Multi-stage hydraulically fractured wells are applied widely to produce unconventional resource plays. In naturally fractured reservoirs, hydraulic fracture treatments may induce complex fracture geometries which cannot be modeled accurately and efficiently using Cartesian and corner-point grid systems or standard dual porosity approaches. The interaction of hydraulic and naturally occurring fractures almost certainly plays a role in ultimate well and reservoir performance. Current simulation models are unable to capture the complexity of this interaction. Generally speaking, our ability to detect and characterize fracture systems is far beyond our capability of modeling complex natural fracture systems. In order to evaluate production performance in these complex settings using numerical simulation, fracture networks require advanced meshing and domain discretization techniques. This paper investigates these issues by developing natural fracture networks using fractal-based techniques. Once a fracture network is developed we demonstrate the feasibility of gridding complex natural fracture behavior using optimization-based unstructured meshing algorithms. It can then be demonstrated that natural fracture complexities such as variable aperture, spacing, length and strike can be simulated. This new approach is a significant step beyond the current method of dual porosity simulation which essentially negates the sophisticated level of fracture characterization pursued by many operators.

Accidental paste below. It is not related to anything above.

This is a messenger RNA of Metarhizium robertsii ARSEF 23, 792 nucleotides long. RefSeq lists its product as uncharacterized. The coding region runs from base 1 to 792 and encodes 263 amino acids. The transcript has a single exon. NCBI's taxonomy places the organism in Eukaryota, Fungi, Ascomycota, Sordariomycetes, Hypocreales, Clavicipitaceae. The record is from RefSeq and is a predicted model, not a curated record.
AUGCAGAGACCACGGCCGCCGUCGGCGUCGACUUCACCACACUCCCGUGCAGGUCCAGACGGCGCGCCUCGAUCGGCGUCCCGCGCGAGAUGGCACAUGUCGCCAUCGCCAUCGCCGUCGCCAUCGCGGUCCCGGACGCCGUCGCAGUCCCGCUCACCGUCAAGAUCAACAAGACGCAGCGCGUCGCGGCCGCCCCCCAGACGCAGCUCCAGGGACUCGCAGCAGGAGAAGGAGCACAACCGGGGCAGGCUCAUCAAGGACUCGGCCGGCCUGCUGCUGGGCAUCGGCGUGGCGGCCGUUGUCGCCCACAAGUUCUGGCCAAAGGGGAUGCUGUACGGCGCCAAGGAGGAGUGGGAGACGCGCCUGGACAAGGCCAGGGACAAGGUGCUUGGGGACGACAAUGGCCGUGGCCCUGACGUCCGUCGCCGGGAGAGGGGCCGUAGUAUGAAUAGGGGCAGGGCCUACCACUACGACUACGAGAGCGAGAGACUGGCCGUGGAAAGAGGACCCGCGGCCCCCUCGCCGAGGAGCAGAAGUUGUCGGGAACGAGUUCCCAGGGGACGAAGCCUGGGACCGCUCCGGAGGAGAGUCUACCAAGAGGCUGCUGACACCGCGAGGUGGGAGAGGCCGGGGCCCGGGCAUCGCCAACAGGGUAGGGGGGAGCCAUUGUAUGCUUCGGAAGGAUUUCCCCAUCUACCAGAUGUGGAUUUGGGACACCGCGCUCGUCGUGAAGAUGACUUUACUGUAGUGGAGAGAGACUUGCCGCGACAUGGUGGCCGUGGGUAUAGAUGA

We use currently established code for fractal discrete fracture network (FDFN) models to build realizations of naturally fractured reservoirs in terms of stochastic fracture networks. From outcrop, image log and core analysis, it is possible to extract fracture fractal parameters pertaining to aperture, spacing, length distribution, including center distribution as well as a fracture strike. Then these parameters are used as input variables for the FDFN code to generate multiple realizations of fracture networks mimicking fracture clustering and randomly distributed natural fractures. After incorporating hydraulic fractures, complex fracture networks are obtained for further reservoir domain discretization.

In order to discretize the complex fracture networks, a new mesh generation approach is developed to conform to non-orthogonal and low-angle intersections of extensive-clustered discrete fracture networks with non-uniform aperture distribution. Optimization algorithms are adopted to reduce highly skewed cells, and to ensure good mesh quality around fracture tips, intersections and regions of extensive fracture clustering. Moreover, Local Grid Refinement (LGR) is implemented with a pre-defined distance function to control cell sizes and shapes around and far away from fractures. Natural fracture spacing, length, strike and aperture distribution are explicitly gridded thus introducing a new simulation approach that is far superior to dual porosity simulation. Finally initial sensitivity studies are performed to demonstrate both the capability of the optimization-based unstructured meshing algorithms, and the effect of aforementioned natural fracture parameters on well performance.

This study demonstrates how to incorporate a fractal-based characterization approach into the current workflow for simulating unconventional reservoirs, and most importantly solves several issues associated with domain discretization with unstructured grids for complex fracture networks. The proposed meshing techniques for complex fracture networks can be easily implemented in existing pre-processing, unstructured mesh generators. The sensitivity study and the simulation runs demonstrate the importance of fracture characterization as well as uncertainties associated with naturally fractured reservoirs on well production performance.

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